Engel scrambles to fend off primary challenge from left

Engel scrambles to fend off primary challenge from left
© Greg Nash/Courtesy of the Jamaal Bowman Campaign

Rep. Eliot EngelEliot Lance EngelHuffPost reporter discusses progressives' successful showing on Tuesday Ex-USAID employee apologizes, denies sending explosive tweets Progressives soaring after big primary night MORE (D-N.Y.) is scrambling to fend off his most serious primary challenge in years, as progressives set their sights on taking out a congressman that has represented parts of New York City and its suburbs for more than three decades.

The 16-term congressman’s top primary opponent, former middle school principal Jamaal Bowman, has consolidated support on the left in recent weeks after another rival, Andom Ghebreghiorgis, withdrew from the race and threw his support behind Bowman.

Since then, Bowman has benefited from a last-minute surge in fundraising, raking in more than $200,000 in a two-day period last week, and has picked up a series of high-profile endorsements, including from Sen. Bernie SandersBernie SandersOn The Money: Pessimism grows as coronavirus talks go down to the wire | Jobs report poised to light fire under COVID-19 talks | Tax preparers warn unemployment recipients could owe IRS Senators introduce bill to block Trump armed drone sale measure Sanders offers bill to tax billionaires' wealth gains during pandemic MORE (I-Vt.) and Rep. Alexandria Ocasio-CortezAlexandria Ocasio-CortezHispanic Caucus asks for Department of Labor meeting on COVID in meatpacking plants Harris, Ocasio-Cortez push climate equity bill with Green New Deal roots Young minority voters show overwhelming support for Biden: poll MORE (D-N.Y.), who unseated a longtime incumbent herself in 2018.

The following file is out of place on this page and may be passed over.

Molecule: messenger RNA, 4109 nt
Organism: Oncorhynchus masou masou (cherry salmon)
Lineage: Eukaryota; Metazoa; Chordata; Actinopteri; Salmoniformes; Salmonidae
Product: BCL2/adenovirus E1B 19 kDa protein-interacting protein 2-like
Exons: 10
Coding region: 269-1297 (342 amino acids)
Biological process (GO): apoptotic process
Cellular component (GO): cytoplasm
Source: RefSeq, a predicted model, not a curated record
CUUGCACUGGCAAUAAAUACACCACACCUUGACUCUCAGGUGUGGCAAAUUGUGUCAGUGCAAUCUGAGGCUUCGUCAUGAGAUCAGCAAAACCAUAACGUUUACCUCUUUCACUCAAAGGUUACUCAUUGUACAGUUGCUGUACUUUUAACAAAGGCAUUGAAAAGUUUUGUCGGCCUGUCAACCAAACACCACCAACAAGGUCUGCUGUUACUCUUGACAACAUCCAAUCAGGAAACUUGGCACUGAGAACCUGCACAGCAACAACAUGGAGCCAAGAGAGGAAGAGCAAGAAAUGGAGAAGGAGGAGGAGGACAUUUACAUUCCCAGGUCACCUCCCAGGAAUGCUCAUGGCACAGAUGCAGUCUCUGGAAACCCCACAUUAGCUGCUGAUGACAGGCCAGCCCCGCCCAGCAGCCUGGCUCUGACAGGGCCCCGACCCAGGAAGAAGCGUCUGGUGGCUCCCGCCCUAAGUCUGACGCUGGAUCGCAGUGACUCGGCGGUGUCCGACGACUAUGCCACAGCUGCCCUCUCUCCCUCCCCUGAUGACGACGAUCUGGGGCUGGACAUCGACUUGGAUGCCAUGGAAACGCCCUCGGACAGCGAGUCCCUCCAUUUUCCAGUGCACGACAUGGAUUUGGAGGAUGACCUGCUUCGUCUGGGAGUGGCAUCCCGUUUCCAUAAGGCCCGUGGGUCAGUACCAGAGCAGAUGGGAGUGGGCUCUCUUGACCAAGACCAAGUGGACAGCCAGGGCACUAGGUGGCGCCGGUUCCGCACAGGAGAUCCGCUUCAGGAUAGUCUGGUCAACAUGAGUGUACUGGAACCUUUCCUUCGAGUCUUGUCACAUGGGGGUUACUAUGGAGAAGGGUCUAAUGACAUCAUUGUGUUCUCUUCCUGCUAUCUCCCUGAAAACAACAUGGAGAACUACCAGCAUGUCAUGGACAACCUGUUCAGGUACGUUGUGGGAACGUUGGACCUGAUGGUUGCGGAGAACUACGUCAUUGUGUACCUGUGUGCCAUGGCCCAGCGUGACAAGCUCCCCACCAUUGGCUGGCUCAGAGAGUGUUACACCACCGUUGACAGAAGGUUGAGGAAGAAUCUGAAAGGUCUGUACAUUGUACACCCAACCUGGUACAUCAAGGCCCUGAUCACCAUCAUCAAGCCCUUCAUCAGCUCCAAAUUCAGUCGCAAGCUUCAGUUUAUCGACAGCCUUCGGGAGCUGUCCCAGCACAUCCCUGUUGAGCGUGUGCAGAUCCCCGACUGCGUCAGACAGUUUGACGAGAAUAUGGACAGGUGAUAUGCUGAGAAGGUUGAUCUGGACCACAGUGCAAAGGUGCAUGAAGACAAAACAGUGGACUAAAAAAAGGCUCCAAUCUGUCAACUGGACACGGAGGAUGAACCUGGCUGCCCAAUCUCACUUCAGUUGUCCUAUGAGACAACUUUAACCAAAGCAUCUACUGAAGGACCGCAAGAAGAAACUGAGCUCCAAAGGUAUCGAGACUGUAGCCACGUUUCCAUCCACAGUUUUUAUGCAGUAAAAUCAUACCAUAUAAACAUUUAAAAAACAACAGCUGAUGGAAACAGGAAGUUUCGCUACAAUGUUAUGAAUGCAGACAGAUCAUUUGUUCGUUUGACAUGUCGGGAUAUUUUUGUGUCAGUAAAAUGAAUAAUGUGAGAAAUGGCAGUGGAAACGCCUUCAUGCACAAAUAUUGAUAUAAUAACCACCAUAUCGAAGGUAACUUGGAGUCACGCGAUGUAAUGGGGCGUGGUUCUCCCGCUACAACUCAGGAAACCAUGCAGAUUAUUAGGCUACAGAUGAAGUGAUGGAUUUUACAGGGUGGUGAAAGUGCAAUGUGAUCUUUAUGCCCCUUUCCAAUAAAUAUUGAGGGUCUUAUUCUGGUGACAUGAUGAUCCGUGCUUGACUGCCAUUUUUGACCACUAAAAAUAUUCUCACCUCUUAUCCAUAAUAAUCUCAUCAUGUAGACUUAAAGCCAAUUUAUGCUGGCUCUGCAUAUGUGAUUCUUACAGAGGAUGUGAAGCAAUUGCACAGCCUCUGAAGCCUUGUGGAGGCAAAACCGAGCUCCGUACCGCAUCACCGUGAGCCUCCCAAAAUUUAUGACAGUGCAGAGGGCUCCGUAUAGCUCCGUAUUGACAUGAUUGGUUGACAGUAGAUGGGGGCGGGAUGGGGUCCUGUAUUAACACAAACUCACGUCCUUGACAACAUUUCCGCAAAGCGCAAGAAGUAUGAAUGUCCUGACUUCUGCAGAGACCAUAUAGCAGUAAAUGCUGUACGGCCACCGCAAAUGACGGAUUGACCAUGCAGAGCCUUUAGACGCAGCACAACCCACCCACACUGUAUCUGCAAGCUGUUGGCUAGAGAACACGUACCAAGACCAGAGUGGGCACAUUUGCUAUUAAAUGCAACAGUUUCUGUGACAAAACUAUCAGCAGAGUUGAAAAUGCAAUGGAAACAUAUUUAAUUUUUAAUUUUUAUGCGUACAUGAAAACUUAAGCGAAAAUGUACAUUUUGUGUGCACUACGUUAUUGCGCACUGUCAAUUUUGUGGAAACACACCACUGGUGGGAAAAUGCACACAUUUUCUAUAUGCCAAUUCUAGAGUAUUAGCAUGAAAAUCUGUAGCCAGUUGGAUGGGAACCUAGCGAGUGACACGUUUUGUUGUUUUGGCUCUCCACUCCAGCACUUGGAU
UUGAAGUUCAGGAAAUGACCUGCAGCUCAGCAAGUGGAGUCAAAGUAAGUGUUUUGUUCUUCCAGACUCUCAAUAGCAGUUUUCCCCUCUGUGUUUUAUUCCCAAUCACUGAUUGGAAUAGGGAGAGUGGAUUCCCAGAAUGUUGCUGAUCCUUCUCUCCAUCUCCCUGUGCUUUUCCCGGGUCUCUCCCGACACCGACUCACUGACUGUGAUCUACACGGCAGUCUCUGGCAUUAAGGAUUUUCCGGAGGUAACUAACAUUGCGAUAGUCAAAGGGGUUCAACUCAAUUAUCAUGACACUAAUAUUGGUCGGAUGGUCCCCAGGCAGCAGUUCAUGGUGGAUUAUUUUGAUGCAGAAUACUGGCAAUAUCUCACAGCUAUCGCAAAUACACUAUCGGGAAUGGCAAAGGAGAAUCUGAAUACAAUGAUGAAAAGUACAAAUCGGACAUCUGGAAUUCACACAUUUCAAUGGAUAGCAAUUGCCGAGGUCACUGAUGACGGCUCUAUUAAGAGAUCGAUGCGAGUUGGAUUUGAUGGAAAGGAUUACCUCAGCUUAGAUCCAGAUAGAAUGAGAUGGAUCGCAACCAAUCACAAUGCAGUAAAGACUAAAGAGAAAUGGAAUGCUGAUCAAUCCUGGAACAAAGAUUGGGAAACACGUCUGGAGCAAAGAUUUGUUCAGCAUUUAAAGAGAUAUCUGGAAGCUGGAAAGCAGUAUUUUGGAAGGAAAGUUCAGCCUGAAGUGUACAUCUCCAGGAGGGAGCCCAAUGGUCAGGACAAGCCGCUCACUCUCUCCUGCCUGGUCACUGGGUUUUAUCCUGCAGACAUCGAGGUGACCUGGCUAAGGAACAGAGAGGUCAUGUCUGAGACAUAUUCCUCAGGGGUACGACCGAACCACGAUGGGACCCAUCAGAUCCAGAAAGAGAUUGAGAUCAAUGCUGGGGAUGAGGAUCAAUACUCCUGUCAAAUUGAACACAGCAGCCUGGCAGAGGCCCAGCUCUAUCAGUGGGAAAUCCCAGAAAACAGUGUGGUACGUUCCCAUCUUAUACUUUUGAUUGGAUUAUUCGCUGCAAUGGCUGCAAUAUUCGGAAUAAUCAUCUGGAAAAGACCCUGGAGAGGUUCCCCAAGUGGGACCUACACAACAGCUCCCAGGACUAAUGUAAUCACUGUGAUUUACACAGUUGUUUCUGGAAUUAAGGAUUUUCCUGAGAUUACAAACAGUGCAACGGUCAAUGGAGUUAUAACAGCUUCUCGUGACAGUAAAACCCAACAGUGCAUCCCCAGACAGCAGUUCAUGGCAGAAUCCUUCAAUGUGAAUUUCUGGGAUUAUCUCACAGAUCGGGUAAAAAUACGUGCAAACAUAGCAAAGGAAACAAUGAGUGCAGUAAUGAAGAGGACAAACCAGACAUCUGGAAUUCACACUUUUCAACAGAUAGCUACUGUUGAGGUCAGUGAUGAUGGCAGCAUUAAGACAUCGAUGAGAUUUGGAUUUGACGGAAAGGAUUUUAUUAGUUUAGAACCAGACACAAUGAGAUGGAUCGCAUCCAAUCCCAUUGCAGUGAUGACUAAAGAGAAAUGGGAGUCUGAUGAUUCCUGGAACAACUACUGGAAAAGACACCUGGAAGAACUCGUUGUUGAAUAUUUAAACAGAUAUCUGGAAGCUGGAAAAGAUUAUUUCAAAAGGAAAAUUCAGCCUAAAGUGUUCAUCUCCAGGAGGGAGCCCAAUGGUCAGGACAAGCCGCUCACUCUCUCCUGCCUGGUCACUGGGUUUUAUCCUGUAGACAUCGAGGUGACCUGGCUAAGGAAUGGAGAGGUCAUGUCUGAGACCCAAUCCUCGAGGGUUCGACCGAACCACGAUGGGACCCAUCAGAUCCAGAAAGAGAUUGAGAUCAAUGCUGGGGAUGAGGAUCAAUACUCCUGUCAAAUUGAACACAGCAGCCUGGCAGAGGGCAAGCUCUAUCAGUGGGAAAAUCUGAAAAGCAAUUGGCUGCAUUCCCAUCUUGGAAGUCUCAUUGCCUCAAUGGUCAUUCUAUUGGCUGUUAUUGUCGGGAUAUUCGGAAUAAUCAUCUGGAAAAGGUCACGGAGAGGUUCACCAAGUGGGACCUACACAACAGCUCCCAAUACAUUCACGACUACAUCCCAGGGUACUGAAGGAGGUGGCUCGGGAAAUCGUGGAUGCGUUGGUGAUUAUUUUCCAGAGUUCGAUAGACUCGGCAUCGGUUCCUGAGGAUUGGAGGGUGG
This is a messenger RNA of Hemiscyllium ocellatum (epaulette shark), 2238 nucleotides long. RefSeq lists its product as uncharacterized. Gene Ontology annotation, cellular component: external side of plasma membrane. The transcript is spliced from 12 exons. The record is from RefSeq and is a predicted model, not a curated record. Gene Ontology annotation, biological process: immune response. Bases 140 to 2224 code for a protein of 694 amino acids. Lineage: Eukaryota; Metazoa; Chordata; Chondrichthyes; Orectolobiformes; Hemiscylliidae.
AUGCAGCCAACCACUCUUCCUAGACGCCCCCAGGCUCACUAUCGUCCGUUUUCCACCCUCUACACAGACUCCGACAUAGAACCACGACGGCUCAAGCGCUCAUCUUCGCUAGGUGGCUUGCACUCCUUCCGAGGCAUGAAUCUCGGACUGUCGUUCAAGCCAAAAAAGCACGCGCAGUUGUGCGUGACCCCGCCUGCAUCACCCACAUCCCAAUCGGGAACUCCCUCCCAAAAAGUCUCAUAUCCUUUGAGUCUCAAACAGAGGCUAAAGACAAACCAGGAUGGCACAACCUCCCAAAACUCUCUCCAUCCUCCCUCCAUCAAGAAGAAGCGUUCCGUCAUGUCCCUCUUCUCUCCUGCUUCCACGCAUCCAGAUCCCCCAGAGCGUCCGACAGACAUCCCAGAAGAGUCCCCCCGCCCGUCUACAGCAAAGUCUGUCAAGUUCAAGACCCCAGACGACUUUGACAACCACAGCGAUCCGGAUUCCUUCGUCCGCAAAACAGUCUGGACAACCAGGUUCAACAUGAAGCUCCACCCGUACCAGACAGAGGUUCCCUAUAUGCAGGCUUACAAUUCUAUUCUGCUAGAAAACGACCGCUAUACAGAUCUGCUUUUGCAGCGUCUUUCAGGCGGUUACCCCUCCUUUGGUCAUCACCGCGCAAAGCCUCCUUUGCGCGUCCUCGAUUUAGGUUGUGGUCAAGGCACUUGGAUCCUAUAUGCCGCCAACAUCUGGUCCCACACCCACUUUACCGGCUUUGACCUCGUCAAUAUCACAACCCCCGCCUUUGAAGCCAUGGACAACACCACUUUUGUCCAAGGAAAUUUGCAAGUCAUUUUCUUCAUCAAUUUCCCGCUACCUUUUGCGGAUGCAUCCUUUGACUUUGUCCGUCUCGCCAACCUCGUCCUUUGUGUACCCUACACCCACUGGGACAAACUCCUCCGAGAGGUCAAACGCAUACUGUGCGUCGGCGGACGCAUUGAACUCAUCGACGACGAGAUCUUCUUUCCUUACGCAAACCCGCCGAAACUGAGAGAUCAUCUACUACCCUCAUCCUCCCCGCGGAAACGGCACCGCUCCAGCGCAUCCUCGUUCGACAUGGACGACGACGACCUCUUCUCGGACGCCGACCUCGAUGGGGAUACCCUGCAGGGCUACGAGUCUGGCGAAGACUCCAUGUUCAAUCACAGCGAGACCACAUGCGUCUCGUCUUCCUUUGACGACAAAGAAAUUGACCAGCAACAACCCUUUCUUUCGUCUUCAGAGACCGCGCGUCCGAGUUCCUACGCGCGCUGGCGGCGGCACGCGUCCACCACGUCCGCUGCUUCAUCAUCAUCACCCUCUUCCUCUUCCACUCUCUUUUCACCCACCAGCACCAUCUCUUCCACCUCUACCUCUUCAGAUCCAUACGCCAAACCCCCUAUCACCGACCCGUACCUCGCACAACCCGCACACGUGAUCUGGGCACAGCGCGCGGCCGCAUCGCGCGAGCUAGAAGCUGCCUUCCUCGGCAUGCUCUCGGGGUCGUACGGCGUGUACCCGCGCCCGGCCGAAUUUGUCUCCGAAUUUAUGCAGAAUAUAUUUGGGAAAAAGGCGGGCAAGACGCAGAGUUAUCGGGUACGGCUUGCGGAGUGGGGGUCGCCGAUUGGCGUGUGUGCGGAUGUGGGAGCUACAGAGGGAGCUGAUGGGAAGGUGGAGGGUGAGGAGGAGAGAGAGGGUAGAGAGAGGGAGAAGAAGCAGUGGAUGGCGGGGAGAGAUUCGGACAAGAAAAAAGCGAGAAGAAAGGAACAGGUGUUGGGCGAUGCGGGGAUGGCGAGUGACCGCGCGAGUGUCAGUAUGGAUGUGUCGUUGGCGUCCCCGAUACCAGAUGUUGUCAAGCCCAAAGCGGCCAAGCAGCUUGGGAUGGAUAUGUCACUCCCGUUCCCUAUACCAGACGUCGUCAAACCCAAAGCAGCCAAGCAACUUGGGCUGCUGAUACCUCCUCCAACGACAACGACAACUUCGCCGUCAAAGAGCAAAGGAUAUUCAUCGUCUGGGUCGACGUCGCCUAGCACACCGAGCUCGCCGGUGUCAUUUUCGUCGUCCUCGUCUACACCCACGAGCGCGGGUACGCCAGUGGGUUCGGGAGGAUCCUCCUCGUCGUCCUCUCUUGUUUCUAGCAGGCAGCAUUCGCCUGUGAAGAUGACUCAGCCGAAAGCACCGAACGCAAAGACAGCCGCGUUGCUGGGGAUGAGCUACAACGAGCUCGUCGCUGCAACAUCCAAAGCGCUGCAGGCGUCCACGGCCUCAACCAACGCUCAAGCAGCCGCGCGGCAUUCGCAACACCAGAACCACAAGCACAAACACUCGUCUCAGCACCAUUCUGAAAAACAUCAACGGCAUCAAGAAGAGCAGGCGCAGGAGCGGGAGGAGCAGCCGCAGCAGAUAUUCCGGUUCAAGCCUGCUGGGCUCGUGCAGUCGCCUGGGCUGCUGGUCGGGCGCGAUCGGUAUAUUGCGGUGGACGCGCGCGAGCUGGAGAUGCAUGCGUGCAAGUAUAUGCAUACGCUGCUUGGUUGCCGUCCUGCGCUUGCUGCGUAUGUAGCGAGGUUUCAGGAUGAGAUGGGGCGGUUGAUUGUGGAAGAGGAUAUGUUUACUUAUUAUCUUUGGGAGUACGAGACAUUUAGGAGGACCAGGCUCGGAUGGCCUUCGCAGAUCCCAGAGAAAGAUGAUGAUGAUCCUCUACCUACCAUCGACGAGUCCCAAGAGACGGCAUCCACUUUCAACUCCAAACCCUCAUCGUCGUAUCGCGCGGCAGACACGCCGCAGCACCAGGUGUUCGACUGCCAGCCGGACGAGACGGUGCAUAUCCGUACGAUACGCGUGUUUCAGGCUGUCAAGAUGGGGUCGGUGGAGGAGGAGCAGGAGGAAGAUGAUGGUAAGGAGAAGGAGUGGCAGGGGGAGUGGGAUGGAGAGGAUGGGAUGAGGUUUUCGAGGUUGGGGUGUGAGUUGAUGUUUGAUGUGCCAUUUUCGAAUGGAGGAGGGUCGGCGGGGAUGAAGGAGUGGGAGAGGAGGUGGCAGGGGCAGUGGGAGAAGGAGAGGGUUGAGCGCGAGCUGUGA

Taken together, that could spell trouble for Engel, who is already facing scrutiny over his absence from his district amid the coronavirus pandemic as he heads to the primary on June 30.

Further fueling criticism is a moment last week when, as he was pressing for his turn to speak at a local news conference in the Bronx, he was heard saying,“If I didn’t have a primary, I wouldn’t care.”

“Mr. Engel knows how to ‘bring home the bacon,’ but there are people in his district who are starving,” Bowman said at a primary debate against Engel last week. “Where is this bacon? Especially with 30 percent of his population living in food deserts.”

The last time Engel was on the ballot, in 2018, he easily dispatched his closest primary opponent with a 57-point win before coasting to a 16th term in an uncontested general election.

That same year, just a few miles south of Engel’s district, Ocasio-Cortez staged an upset victory over longtime Rep. Joseph Crowley (D-N.Y.), shocking many in the political world who failed to recognize Crowley’s vulnerability.

Progressives’ efforts to expand their influence in Washington this year have so far yielded a mixed bag of results.


The highest-profile victory for progressives this year was in Illinois’s 3rd District, where challenger Marie Newman narrowly defeated one of the most conservative Democrats in Congress, Rep. Daniel LipinskiDaniel William LipinskiBottom line How a progressive populist appears to have toppled Engel House to pass sweeping police reform legislation MORE.

But Jessica Cisneros, a 26-year-old immigration attorney, lost to seven-term Rep. Henry Cuellar (D-Texas) in Texas’s 28th District in March, while progressive Cristina Tzintzún Ramirez fell to M.J. Hegar and Royce West in the state’s Democratic Senate primary.

And in the presidential race, former Vice President Joe BidenJoe BidenBiden says his faith is 'bedrock foundation of my life' after Trump claim Biden clarifies comments comparing African American and Latino communities Kanye West may have missed deadline to get on Wisconsin ballot by minutes: report MORE, a more moderate-minded Democrat, beat out Sen. Bernie Sanders (I-Vt.) after a series of early wins for the progressive standard-bearer.

However, progressives say that Engel’s seat in New York’s 16th District, which encompasses the northern Bronx and parts of Westchester County, may be a bright spot for them.

“He’s an institution there. He’s been there for 34 years, and he is contesting this race seriously,” said George Albro, co-chairman of the New York Progressive Action Network.